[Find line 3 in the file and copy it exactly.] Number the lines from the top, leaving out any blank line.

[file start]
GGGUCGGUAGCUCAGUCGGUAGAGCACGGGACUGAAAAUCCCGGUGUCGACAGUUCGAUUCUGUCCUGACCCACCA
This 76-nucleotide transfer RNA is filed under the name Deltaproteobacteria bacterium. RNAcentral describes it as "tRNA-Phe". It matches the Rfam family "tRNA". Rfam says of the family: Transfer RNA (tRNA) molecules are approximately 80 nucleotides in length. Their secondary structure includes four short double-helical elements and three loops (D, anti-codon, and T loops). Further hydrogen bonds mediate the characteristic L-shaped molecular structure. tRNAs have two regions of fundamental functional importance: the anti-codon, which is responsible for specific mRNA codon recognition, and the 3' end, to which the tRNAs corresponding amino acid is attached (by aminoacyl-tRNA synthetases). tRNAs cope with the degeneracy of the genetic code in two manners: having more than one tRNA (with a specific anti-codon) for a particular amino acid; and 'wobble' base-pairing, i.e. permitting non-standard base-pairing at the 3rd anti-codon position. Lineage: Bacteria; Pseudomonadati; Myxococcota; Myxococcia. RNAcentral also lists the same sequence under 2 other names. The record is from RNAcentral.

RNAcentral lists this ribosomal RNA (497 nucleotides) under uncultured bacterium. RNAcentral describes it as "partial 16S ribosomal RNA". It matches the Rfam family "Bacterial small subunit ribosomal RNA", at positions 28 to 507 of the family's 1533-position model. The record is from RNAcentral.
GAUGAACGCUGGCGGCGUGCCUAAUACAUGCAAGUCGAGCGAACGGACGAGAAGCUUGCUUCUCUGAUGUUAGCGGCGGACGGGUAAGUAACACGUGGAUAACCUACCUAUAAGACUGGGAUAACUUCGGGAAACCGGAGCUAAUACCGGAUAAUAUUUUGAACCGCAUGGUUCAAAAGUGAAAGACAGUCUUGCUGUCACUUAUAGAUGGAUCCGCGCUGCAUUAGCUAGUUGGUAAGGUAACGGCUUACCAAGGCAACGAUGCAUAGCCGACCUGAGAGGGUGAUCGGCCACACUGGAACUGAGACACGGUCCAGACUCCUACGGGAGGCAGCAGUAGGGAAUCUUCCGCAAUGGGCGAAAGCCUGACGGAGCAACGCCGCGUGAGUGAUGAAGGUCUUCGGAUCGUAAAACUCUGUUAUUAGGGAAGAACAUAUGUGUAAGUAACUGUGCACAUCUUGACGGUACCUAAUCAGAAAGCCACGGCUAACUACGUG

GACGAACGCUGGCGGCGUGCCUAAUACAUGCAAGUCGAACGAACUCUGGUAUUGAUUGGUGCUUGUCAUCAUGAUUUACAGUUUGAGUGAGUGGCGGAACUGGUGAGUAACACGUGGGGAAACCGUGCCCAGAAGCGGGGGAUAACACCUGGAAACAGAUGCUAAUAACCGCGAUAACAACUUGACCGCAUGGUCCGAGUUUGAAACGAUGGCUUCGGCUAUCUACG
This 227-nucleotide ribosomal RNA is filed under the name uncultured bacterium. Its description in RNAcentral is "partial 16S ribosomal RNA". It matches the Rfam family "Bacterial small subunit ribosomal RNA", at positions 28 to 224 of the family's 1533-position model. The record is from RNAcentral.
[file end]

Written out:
RNAcentral lists this ribosomal RNA (497 nucleotides) under uncultured bacterium. RNAcentral describes it as "partial 16S ribosomal RNA". It matches the Rfam family "Bacterial small subunit ribosomal RNA", at positions 28 to 507 of the family's 1533-position model. The record is from RNAcentral.